5. Gabe Gonzalez steps down: In what can only qualify as a surprising move, RP City Manager Gabe Gonzalez left city hall to become city manager of Augusta, Kan., in November. His new post is in a city of nearly 10,000, slightly larger than Cotati. Gonzalez recently finished his third year as RP City Manager. He’s earned plaudits from the city council for his work in pulling Rohnert Park from the edge of bankruptcy when he started. The city had more than $6 million dollars in deficit finance and the economic picture wasn’t at all optimistic. But with the help of city employee unions, he slashed the deficit figures to a workable level, improved economic development and restored optimism to the city’s future. Darrin Jenkins has since been named RP’s city manager.

 

6. Local businesses close: Some of the most beloved businesses in Rohnert Park and Cotati either closed or are on the verge of closing. Some of the shuttered businesses include: The Apple Crate, a crafts store in Cotati; Tama Rama’s, a store where one could find snacks and ice cream; the Cotati Wine Bar; Brixx Pizza in Cotati; and the Friendly Kitchen in Rohnert Park. These types of businesses helped maintain some of the small-town charm so many covet.

 

7. Cal Ripken team wins Pacific Southwest Regional: Rohnert Park’s 9-under Cal Ripken All-Star baseball team captured the Pacific Southwest championship by going undefeated in the regional tournament in Utah during the summer. The All-Stars rallied from a 4-2 deficit in the sixth and final inning to knock off Elk Grove of the Sacramento area for the title. The RP stars, before the championship game, simply dominated as they outscored their opponents by a collective score of 84-24.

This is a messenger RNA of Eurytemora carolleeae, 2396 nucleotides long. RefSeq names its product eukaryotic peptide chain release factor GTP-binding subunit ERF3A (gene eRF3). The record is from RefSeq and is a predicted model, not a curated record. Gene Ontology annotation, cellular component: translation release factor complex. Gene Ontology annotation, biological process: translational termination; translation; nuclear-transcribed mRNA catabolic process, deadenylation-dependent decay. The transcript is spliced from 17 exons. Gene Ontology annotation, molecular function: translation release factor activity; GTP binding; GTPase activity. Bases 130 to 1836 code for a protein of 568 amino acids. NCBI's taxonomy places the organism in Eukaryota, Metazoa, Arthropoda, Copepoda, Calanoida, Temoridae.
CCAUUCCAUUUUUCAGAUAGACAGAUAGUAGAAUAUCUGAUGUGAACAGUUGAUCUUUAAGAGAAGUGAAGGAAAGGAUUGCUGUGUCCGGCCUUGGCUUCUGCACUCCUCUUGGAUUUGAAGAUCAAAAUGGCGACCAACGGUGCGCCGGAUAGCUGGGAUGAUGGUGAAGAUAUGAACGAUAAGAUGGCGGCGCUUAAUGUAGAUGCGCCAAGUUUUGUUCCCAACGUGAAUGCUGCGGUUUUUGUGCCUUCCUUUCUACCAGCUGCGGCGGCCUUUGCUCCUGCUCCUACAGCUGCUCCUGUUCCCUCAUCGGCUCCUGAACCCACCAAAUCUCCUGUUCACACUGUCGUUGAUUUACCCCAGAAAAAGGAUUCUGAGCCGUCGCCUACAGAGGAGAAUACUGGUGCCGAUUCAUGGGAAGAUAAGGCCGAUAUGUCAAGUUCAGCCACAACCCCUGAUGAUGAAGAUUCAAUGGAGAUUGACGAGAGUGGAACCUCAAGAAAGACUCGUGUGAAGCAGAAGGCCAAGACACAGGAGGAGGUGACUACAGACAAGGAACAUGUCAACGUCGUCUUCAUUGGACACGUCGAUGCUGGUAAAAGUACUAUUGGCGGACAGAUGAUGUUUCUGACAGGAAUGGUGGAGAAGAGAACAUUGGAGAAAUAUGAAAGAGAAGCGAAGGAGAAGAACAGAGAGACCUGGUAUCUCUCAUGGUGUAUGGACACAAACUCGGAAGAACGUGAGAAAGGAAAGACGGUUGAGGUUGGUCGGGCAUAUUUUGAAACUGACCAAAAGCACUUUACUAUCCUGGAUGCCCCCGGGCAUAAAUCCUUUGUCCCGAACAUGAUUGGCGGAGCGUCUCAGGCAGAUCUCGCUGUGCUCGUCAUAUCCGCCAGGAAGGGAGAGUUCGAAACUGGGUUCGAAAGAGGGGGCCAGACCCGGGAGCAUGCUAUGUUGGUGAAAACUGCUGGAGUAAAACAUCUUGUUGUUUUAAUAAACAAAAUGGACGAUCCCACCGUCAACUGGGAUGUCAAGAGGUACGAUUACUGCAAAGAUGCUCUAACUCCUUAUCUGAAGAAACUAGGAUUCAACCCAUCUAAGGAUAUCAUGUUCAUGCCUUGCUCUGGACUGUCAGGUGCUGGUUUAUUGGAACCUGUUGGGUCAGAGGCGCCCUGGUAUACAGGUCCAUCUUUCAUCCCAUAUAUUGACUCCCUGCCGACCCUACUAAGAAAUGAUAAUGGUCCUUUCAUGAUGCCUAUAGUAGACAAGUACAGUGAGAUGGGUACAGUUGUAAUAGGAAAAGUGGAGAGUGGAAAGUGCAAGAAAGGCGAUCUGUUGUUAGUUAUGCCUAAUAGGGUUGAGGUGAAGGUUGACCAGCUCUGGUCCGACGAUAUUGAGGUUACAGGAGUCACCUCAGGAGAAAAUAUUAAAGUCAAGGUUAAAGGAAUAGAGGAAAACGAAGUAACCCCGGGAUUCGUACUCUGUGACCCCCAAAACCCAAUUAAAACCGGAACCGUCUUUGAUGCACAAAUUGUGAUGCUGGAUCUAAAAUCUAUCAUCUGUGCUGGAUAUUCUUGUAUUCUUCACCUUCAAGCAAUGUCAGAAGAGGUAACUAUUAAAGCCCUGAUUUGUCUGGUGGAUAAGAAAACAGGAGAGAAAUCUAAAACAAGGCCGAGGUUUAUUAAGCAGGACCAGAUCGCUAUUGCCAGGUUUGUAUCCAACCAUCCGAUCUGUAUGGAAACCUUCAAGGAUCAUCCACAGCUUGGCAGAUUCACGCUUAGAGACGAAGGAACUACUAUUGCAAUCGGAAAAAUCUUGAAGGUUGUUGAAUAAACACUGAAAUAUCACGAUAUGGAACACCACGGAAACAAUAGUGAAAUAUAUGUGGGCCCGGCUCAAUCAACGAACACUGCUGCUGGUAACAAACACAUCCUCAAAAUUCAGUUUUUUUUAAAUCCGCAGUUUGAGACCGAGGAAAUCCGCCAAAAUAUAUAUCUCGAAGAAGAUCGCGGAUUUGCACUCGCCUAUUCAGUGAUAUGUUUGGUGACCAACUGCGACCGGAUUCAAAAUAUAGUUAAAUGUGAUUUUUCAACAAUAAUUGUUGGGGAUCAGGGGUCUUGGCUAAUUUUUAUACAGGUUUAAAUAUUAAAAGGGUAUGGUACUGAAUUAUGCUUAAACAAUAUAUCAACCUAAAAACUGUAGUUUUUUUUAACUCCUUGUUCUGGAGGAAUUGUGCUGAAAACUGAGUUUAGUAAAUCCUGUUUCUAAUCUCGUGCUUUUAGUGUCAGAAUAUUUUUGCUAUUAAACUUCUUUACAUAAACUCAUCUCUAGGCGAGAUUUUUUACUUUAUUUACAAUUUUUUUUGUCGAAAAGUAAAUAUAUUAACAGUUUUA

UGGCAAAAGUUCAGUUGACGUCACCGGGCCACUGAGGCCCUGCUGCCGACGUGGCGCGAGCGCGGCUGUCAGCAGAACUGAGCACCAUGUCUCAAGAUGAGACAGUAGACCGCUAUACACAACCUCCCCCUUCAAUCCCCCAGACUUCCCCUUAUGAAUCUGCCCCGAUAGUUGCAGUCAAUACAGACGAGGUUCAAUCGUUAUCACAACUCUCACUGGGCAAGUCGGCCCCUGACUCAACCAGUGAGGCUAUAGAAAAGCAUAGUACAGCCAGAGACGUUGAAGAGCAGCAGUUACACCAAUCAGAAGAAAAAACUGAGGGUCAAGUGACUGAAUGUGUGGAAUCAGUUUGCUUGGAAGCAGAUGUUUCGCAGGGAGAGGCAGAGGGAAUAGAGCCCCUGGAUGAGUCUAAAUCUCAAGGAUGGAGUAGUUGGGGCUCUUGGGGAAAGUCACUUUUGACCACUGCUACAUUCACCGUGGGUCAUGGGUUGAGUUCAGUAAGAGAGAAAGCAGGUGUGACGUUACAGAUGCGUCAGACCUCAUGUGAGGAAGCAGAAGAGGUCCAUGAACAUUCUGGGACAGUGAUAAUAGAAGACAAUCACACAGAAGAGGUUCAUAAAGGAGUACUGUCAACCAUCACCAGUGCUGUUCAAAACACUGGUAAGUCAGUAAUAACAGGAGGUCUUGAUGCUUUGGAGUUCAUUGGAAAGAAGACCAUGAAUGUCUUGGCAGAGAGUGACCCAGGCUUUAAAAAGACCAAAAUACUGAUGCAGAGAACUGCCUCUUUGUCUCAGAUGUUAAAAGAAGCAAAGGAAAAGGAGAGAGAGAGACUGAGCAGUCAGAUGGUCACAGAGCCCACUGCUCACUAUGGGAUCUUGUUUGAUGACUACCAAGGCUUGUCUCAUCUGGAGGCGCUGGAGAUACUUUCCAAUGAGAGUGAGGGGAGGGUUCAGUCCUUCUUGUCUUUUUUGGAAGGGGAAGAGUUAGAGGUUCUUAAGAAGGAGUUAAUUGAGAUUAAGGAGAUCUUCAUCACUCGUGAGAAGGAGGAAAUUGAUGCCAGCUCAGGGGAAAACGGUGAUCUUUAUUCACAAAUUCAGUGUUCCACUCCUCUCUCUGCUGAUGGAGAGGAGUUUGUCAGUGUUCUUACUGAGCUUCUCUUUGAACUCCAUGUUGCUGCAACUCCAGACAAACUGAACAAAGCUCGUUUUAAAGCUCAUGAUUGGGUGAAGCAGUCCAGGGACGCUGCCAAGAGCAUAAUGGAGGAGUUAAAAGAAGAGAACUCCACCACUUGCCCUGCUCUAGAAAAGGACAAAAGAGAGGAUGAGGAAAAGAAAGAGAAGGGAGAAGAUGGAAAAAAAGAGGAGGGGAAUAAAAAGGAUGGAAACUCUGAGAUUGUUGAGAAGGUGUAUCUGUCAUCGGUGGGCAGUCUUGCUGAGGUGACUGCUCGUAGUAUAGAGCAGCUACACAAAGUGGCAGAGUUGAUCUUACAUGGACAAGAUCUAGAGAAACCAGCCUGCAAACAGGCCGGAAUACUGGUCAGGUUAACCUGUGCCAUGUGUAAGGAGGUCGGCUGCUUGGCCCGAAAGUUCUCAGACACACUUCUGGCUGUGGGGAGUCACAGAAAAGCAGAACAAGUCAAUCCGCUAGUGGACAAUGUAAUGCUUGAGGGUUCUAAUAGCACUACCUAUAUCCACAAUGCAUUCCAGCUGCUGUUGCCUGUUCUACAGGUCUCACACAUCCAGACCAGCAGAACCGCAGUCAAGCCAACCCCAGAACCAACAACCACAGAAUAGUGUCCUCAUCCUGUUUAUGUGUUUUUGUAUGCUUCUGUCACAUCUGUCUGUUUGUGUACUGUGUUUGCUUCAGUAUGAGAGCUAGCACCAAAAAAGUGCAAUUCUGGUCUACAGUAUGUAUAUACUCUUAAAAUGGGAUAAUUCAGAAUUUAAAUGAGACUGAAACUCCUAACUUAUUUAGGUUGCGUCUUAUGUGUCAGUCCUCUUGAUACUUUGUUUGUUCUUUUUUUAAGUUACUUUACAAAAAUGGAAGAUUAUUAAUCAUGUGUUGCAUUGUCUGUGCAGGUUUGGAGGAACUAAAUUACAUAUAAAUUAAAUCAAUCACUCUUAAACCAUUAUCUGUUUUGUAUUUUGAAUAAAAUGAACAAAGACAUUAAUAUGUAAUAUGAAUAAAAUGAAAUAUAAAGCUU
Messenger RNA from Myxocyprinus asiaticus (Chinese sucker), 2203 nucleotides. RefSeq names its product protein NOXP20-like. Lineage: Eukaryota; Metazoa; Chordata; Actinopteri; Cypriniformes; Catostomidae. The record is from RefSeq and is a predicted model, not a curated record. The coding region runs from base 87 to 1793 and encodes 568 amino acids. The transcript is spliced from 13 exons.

8. Measure A passes in RP: The turnout to vote for Measure A in November was light, but the results will have a big impact. The extension of the half-cent sales tax needed a simple majority and garnered 68.2 percent of the votes (3,840). A total of 1,792 (31.8 percent) voted against the measure. Measure A is merely an extension of Measure E, which RP voters approved in 2010, which raised the city’s sales tax rate to 8.75 percent.

 

9. Pat Gilardi steps down: It may have been one of the worst-kept secrets in local politics until Gilardi made it official in January that she was leaving the Cotati City Council to take a job as district director for newly elected County Supervisor Susan Gorin. Gilardi had been on the city council since she was appointed to her seat in 2000. She has served as Cotati’s mayor in 2004 and 2008, and she was vice-mayor in 2012. “It was difficult to walk away, yet at the same time, city’s in good place,” Gilardi said. “We have a wonderful council and staff, and that made decision a lot easier for me. A good time in my life to do this. When the results of election were announced, the thought first crossed my mind, so I decided to go through the application process.” John Moore was appointed to fill Gilardi’s vacancy.

 

10. Cotati turns 50: The City of Cotati celebrated its 50th anniversary of incorporation in style on July 13 with a day chock full of events and with the music of local favorite Pride and Joy. The city combined its anniversary with the annual Kids Day Celebration.  The day also included a walking tour of the city hosted by Pru Draper.